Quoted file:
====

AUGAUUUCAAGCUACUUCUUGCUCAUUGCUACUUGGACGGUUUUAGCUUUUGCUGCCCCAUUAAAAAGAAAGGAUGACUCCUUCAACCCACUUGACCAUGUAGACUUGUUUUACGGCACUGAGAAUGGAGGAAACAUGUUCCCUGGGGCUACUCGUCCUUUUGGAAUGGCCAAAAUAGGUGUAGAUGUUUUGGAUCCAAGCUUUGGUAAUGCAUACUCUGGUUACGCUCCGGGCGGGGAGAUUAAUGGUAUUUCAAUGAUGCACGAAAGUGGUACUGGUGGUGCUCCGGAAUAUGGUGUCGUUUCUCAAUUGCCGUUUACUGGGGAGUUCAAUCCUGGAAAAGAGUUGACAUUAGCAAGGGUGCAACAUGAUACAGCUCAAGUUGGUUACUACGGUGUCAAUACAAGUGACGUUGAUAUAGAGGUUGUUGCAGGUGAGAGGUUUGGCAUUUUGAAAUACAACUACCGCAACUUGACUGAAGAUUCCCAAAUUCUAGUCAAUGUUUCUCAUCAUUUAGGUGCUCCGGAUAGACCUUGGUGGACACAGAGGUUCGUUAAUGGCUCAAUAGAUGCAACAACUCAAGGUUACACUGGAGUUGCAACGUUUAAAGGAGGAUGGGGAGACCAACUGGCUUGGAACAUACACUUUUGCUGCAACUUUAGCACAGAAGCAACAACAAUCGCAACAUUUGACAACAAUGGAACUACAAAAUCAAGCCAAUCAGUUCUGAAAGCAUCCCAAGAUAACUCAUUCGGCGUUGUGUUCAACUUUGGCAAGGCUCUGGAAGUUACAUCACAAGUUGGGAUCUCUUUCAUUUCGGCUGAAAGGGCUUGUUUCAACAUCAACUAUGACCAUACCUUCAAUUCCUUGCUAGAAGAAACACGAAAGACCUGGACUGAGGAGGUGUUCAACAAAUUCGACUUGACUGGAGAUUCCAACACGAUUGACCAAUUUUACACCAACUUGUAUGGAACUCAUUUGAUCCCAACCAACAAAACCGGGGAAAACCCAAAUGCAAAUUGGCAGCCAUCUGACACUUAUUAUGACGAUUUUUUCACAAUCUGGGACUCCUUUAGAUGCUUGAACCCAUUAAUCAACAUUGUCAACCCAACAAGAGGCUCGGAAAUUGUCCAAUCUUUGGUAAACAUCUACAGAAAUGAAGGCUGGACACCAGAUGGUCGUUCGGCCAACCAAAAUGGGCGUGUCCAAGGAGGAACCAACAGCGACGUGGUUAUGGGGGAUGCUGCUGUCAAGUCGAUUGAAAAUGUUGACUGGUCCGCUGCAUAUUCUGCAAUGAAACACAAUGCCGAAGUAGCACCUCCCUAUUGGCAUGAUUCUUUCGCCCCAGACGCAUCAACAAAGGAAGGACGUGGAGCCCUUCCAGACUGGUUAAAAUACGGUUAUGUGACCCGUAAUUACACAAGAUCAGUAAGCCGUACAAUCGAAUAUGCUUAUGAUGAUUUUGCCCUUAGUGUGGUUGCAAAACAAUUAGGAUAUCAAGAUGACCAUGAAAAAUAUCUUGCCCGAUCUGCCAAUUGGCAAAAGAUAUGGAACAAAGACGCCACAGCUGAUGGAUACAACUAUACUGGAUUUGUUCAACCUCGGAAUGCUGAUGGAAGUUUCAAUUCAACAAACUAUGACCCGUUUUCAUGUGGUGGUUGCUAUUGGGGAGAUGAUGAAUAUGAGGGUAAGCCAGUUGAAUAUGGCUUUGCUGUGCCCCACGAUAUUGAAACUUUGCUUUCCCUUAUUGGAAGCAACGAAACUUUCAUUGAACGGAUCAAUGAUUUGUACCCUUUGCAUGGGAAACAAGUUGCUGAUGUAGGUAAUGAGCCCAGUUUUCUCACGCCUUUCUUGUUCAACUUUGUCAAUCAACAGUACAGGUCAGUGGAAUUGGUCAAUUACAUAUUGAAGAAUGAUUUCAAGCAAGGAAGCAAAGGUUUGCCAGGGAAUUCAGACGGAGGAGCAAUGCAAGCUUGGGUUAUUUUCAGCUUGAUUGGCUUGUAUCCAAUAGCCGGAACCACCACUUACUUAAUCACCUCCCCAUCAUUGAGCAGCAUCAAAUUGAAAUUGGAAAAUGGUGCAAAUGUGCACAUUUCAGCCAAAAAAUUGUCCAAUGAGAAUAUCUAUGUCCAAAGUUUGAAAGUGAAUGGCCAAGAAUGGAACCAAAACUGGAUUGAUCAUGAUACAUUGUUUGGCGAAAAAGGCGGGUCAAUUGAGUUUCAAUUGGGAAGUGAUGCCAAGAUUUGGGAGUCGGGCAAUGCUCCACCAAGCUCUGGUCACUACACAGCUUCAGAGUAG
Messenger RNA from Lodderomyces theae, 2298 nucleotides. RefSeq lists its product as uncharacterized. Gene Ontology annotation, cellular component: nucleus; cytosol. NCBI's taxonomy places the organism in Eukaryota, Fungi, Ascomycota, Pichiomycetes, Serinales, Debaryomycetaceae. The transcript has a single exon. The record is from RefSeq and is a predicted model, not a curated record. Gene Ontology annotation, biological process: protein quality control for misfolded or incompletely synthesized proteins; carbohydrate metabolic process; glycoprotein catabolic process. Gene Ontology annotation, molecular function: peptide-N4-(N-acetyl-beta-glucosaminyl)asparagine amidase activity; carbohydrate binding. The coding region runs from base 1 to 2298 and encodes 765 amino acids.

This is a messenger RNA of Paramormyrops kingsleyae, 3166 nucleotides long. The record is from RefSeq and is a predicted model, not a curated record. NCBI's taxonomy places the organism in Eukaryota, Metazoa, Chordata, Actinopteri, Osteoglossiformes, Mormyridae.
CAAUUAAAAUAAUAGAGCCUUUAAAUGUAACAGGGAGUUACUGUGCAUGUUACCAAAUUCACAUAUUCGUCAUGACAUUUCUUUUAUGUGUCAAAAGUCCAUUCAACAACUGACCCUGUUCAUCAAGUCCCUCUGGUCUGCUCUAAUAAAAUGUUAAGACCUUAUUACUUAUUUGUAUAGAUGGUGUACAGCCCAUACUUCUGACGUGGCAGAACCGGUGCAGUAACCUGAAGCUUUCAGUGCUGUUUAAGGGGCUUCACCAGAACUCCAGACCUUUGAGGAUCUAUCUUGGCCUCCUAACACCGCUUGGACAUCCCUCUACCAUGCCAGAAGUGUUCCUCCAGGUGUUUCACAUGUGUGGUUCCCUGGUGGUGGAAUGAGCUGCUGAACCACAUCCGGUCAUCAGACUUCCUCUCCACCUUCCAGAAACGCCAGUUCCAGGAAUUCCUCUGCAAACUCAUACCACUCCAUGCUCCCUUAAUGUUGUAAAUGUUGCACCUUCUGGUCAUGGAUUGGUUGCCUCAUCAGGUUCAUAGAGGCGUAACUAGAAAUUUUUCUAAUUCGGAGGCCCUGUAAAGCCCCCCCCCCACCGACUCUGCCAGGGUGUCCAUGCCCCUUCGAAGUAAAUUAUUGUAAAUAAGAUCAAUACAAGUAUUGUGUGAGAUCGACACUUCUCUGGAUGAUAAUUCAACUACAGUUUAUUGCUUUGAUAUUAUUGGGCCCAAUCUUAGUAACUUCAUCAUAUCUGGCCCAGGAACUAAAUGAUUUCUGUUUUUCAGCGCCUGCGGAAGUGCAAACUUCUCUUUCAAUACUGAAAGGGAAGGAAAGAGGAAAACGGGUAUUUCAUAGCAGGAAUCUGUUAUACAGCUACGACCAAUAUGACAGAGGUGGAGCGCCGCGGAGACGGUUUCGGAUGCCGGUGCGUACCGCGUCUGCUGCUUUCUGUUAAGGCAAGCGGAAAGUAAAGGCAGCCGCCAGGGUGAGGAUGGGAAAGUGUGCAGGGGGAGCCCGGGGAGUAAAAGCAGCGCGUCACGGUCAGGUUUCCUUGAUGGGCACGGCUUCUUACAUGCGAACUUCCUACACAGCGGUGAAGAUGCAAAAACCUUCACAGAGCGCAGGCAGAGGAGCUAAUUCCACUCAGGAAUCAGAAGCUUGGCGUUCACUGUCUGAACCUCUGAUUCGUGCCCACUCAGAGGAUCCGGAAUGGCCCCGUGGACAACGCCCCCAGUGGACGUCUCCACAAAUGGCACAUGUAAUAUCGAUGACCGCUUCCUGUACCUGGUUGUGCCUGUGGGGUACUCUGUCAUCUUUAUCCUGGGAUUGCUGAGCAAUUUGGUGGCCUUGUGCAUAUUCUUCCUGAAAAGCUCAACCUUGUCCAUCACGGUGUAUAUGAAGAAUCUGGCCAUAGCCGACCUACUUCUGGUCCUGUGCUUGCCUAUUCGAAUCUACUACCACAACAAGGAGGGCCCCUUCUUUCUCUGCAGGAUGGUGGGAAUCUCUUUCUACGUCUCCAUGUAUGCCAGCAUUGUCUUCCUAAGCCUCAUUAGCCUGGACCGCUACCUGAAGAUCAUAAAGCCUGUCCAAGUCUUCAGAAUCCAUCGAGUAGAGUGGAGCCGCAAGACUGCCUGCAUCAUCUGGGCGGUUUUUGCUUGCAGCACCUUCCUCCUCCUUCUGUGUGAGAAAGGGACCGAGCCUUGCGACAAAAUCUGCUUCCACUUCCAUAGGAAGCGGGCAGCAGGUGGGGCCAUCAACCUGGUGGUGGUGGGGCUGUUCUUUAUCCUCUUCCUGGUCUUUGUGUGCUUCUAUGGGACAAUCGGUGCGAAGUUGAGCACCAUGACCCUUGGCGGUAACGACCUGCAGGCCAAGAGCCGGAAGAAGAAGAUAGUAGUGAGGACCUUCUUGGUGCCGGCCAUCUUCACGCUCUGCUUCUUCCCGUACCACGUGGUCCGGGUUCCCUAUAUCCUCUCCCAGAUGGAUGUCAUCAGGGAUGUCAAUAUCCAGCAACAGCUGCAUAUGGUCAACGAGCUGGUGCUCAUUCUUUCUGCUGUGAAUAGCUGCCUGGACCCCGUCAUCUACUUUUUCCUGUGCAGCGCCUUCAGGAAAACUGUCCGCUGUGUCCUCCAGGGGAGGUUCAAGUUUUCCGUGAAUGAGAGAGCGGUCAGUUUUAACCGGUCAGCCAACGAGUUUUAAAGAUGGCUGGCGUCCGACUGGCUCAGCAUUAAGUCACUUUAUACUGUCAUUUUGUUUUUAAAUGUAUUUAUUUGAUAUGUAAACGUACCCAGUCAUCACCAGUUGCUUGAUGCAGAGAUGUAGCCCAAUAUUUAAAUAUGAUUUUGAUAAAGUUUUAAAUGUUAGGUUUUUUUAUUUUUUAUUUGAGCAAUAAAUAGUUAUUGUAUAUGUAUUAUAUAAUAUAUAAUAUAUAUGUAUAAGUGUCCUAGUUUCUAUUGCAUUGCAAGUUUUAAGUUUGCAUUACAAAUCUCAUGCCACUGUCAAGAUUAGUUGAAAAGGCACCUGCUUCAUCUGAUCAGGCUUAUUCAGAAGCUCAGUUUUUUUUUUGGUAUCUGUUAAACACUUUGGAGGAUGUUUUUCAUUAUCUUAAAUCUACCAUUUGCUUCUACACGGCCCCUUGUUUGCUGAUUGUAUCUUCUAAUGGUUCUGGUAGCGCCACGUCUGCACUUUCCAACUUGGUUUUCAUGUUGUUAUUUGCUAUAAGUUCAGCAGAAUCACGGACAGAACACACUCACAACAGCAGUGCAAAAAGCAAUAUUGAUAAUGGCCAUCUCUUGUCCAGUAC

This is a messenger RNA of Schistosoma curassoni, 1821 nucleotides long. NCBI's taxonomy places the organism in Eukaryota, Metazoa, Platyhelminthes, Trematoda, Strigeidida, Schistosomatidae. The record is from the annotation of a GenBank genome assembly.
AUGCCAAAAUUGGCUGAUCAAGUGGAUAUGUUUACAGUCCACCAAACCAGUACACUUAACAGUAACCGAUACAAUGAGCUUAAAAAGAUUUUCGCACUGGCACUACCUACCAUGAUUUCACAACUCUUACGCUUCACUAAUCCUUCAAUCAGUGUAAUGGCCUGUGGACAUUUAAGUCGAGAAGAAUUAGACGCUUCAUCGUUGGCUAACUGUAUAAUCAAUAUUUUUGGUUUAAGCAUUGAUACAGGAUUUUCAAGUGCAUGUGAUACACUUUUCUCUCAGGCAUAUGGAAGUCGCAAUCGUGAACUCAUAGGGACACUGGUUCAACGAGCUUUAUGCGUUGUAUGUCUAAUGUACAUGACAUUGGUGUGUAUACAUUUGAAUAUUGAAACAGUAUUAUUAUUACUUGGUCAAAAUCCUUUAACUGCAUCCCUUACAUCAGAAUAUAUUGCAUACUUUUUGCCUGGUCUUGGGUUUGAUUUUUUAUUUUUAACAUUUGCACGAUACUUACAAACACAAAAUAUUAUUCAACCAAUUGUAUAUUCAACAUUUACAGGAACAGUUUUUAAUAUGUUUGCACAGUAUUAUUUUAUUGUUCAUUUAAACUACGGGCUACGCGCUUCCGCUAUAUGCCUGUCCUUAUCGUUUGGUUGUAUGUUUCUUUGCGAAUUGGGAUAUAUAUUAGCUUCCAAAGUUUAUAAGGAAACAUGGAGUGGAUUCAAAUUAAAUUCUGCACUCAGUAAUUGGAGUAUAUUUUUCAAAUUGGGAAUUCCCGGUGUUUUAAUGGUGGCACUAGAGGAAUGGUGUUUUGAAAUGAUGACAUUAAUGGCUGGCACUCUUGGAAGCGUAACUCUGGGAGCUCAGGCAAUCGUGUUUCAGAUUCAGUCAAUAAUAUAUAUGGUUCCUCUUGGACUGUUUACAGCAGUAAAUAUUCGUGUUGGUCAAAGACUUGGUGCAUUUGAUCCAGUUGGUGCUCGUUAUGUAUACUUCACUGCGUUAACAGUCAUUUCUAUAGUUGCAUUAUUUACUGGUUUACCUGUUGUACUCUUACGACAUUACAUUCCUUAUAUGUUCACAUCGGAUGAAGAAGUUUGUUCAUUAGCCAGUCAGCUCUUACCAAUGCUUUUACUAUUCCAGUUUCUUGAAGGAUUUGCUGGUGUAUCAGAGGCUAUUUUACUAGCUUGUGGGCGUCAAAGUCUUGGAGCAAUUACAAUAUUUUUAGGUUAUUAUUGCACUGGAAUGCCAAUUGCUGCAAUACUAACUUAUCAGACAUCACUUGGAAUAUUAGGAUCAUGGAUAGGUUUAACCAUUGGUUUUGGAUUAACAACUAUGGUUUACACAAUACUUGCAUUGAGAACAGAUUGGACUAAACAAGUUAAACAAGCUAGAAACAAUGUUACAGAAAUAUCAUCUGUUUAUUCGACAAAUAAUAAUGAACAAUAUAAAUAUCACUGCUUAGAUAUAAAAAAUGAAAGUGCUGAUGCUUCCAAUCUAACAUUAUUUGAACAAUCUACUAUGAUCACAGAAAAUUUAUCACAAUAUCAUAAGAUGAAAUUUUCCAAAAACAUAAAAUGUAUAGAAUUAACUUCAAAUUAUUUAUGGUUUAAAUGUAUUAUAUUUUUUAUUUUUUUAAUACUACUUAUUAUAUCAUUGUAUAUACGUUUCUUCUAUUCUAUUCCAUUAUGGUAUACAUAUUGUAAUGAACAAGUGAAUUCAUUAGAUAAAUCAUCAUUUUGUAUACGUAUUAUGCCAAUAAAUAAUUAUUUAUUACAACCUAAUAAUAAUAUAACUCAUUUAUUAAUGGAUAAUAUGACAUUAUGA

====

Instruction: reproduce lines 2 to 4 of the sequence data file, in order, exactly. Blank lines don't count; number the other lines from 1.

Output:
Messenger RNA from Lodderomyces theae, 2298 nucleotides. RefSeq lists its product as uncharacterized. Gene Ontology annotation, cellular component: nucleus; cytosol. NCBI's taxonomy places the organism in Eukaryota, Fungi, Ascomycota, Pichiomycetes, Serinales, Debaryomycetaceae. The transcript has a single exon. The record is from RefSeq and is a predicted model, not a curated record. Gene Ontology annotation, biological process: protein quality control for misfolded or incompletely synthesized proteins; carbohydrate metabolic process; glycoprotein catabolic process. Gene Ontology annotation, molecular function: peptide-N4-(N-acetyl-beta-glucosaminyl)asparagine amidase activity; carbohydrate binding. The coding region runs from base 1 to 2298 and encodes 765 amino acids.

This is a messenger RNA of Paramormyrops kingsleyae, 3166 nucleotides long. The record is from RefSeq and is a predicted model, not a curated record. NCBI's taxonomy places the organism in Eukaryota, Metazoa, Chordata, Actinopteri, Osteoglossiformes, Mormyridae.
CAAUUAAAAUAAUAGAGCCUUUAAAUGUAACAGGGAGUUACUGUGCAUGUUACCAAAUUCACAUAUUCGUCAUGACAUUUCUUUUAUGUGUCAAAAGUCCAUUCAACAACUGACCCUGUUCAUCAAGUCCCUCUGGUCUGCUCUAAUAAAAUGUUAAGACCUUAUUACUUAUUUGUAUAGAUGGUGUACAGCCCAUACUUCUGACGUGGCAGAACCGGUGCAGUAACCUGAAGCUUUCAGUGCUGUUUAAGGGGCUUCACCAGAACUCCAGACCUUUGAGGAUCUAUCUUGGCCUCCUAACACCGCUUGGACAUCCCUCUACCAUGCCAGAAGUGUUCCUCCAGGUGUUUCACAUGUGUGGUUCCCUGGUGGUGGAAUGAGCUGCUGAACCACAUCCGGUCAUCAGACUUCCUCUCCACCUUCCAGAAACGCCAGUUCCAGGAAUUCCUCUGCAAACUCAUACCACUCCAUGCUCCCUUAAUGUUGUAAAUGUUGCACCUUCUGGUCAUGGAUUGGUUGCCUCAUCAGGUUCAUAGAGGCGUAACUAGAAAUUUUUCUAAUUCGGAGGCCCUGUAAAGCCCCCCCCCCACCGACUCUGCCAGGGUGUCCAUGCCCCUUCGAAGUAAAUUAUUGUAAAUAAGAUCAAUACAAGUAUUGUGUGAGAUCGACACUUCUCUGGAUGAUAAUUCAACUACAGUUUAUUGCUUUGAUAUUAUUGGGCCCAAUCUUAGUAACUUCAUCAUAUCUGGCCCAGGAACUAAAUGAUUUCUGUUUUUCAGCGCCUGCGGAAGUGCAAACUUCUCUUUCAAUACUGAAAGGGAAGGAAAGAGGAAAACGGGUAUUUCAUAGCAGGAAUCUGUUAUACAGCUACGACCAAUAUGACAGAGGUGGAGCGCCGCGGAGACGGUUUCGGAUGCCGGUGCGUACCGCGUCUGCUGCUUUCUGUUAAGGCAAGCGGAAAGUAAAGGCAGCCGCCAGGGUGAGGAUGGGAAAGUGUGCAGGGGGAGCCCGGGGAGUAAAAGCAGCGCGUCACGGUCAGGUUUCCUUGAUGGGCACGGCUUCUUACAUGCGAACUUCCUACACAGCGGUGAAGAUGCAAAAACCUUCACAGAGCGCAGGCAGAGGAGCUAAUUCCACUCAGGAAUCAGAAGCUUGGCGUUCACUGUCUGAACCUCUGAUUCGUGCCCACUCAGAGGAUCCGGAAUGGCCCCGUGGACAACGCCCCCAGUGGACGUCUCCACAAAUGGCACAUGUAAUAUCGAUGACCGCUUCCUGUACCUGGUUGUGCCUGUGGGGUACUCUGUCAUCUUUAUCCUGGGAUUGCUGAGCAAUUUGGUGGCCUUGUGCAUAUUCUUCCUGAAAAGCUCAACCUUGUCCAUCACGGUGUAUAUGAAGAAUCUGGCCAUAGCCGACCUACUUCUGGUCCUGUGCUUGCCUAUUCGAAUCUACUACCACAACAAGGAGGGCCCCUUCUUUCUCUGCAGGAUGGUGGGAAUCUCUUUCUACGUCUCCAUGUAUGCCAGCAUUGUCUUCCUAAGCCUCAUUAGCCUGGACCGCUACCUGAAGAUCAUAAAGCCUGUCCAAGUCUUCAGAAUCCAUCGAGUAGAGUGGAGCCGCAAGACUGCCUGCAUCAUCUGGGCGGUUUUUGCUUGCAGCACCUUCCUCCUCCUUCUGUGUGAGAAAGGGACCGAGCCUUGCGACAAAAUCUGCUUCCACUUCCAUAGGAAGCGGGCAGCAGGUGGGGCCAUCAACCUGGUGGUGGUGGGGCUGUUCUUUAUCCUCUUCCUGGUCUUUGUGUGCUUCUAUGGGACAAUCGGUGCGAAGUUGAGCACCAUGACCCUUGGCGGUAACGACCUGCAGGCCAAGAGCCGGAAGAAGAAGAUAGUAGUGAGGACCUUCUUGGUGCCGGCCAUCUUCACGCUCUGCUUCUUCCCGUACCACGUGGUCCGGGUUCCCUAUAUCCUCUCCCAGAUGGAUGUCAUCAGGGAUGUCAAUAUCCAGCAACAGCUGCAUAUGGUCAACGAGCUGGUGCUCAUUCUUUCUGCUGUGAAUAGCUGCCUGGACCCCGUCAUCUACUUUUUCCUGUGCAGCGCCUUCAGGAAAACUGUCCGCUGUGUCCUCCAGGGGAGGUUCAAGUUUUCCGUGAAUGAGAGAGCGGUCAGUUUUAACCGGUCAGCCAACGAGUUUUAAAGAUGGCUGGCGUCCGACUGGCUCAGCAUUAAGUCACUUUAUACUGUCAUUUUGUUUUUAAAUGUAUUUAUUUGAUAUGUAAACGUACCCAGUCAUCACCAGUUGCUUGAUGCAGAGAUGUAGCCCAAUAUUUAAAUAUGAUUUUGAUAAAGUUUUAAAUGUUAGGUUUUUUUAUUUUUUAUUUGAGCAAUAAAUAGUUAUUGUAUAUGUAUUAUAUAAUAUAUAAUAUAUAUGUAUAAGUGUCCUAGUUUCUAUUGCAUUGCAAGUUUUAAGUUUGCAUUACAAAUCUCAUGCCACUGUCAAGAUUAGUUGAAAAGGCACCUGCUUCAUCUGAUCAGGCUUAUUCAGAAGCUCAGUUUUUUUUUUGGUAUCUGUUAAACACUUUGGAGGAUGUUUUUCAUUAUCUUAAAUCUACCAUUUGCUUCUACACGGCCCCUUGUUUGCUGAUUGUAUCUUCUAAUGGUUCUGGUAGCGCCACGUCUGCACUUUCCAACUUGGUUUUCAUGUUGUUAUUUGCUAUAAGUUCAGCAGAAUCACGGACAGAACACACUCACAACAGCAGUGCAAAAAGCAAUAUUGAUAAUGGCCAUCUCUUGUCCAGUAC